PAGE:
Come clean on Osama links: US Senator to Pak
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Last Updated: Wednesday, May 11, 2011, 11:40
Washington: A powerful US lawmaker has asked Pakistan to respond immediately to the questions raised by the Obama Administration with regard to the support system that al Qaeda chief Osama bin Laden had in that country.

"The American people, who have provided billions of dollars of aid to the Pakistani government, deserve to know whether elements of Pakistan's military and intelligence services or local officials knew of bin Laden's location over the five years or so he was there, and if they claim they did not know, how that could possibly be the case," Chairman of the Senate Armed Services Committee Senator Carl Levin said.

"Just as importantly, the Pakistani people deserve these answers, for they have suffered greatly from al Qaeda's violent extremism," he said in a statement.

"So it is urgent that the Pakistani government get answers to the questions about what its military and intelligence agencies and local officials knew, and share the answers to those questions with the world and with their own people, so that we can continue this fight together," he said.

Levin said with the bold decision of President Barack Obama and with the heroism and skill of US military and intelligence professionals, America struck a tremendous blow not just against a single, depraved individual, but against the hateful ideology that he espoused.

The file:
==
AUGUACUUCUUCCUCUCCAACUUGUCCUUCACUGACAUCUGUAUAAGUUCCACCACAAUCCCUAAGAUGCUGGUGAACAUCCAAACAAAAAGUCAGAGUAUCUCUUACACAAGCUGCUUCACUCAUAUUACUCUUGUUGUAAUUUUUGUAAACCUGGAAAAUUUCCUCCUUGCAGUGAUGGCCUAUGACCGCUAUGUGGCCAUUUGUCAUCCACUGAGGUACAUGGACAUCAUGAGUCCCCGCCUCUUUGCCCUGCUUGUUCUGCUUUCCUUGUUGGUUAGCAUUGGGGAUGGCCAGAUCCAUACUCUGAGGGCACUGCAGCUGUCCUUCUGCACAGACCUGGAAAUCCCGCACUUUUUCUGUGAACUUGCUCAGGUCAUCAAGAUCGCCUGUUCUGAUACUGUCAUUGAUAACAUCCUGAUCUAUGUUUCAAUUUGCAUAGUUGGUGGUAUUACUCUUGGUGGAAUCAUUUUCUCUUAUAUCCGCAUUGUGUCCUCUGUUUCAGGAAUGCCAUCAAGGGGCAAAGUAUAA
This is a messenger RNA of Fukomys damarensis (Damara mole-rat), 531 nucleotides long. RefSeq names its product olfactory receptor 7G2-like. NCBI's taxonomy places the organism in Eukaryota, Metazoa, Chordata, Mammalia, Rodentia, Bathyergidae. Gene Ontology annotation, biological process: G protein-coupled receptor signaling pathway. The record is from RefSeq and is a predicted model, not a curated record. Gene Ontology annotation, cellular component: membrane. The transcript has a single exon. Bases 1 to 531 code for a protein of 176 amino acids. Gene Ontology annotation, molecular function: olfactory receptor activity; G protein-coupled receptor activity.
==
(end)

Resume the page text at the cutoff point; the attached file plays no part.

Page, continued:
"Let there be no mistake, al Qaeda is weaker today. Its leader is dead, and so is the myth surrounding him. The mystique of Osama bin Laden has been punctured," he said.

"The victory over hate-inspired terrorism is not yet complete. Our successful mission against bin Laden will no doubt lead al Qaeda's remaining leaders to issue calls for retaliation. It is critical that our intelligence and military strength continue to seek out the remnants of al Qaeda. The threat may be diminished, but it remains," he said.

Another Senator Susan M Collins said bin Laden's presence in a Pakistani city raises serious questions about the commitment of the government of Pakistan to fighting terrorism.

"It defies belief that no one within Pakistan's military and intelligence agencies knew anything of the whereabouts of the most infamous terrorist, even though he was living in a massive compound less than a mile from Pakistan's national military academy," she said.

"Everything about the compound in the city of Abbottabad - its huge size, the high walls topped with barbed wire, the lack of telephone or internet service, the fact that trash was burned on-site rather than being hauled away - should have made it obvious that someone was hiding there," the Senator said.

"This is not to say that officials at the highest levels of the Pakistani government knew bin Laden was there, but it seems very likely that some elements within the country's security apparatus had to know. Pakistan has been an inconsistent ally, and many questions must now be asked and answered about the billions in aid that we provide to the country," Collins said.


First Published: Wednesday, May 11, 2011, 11:40

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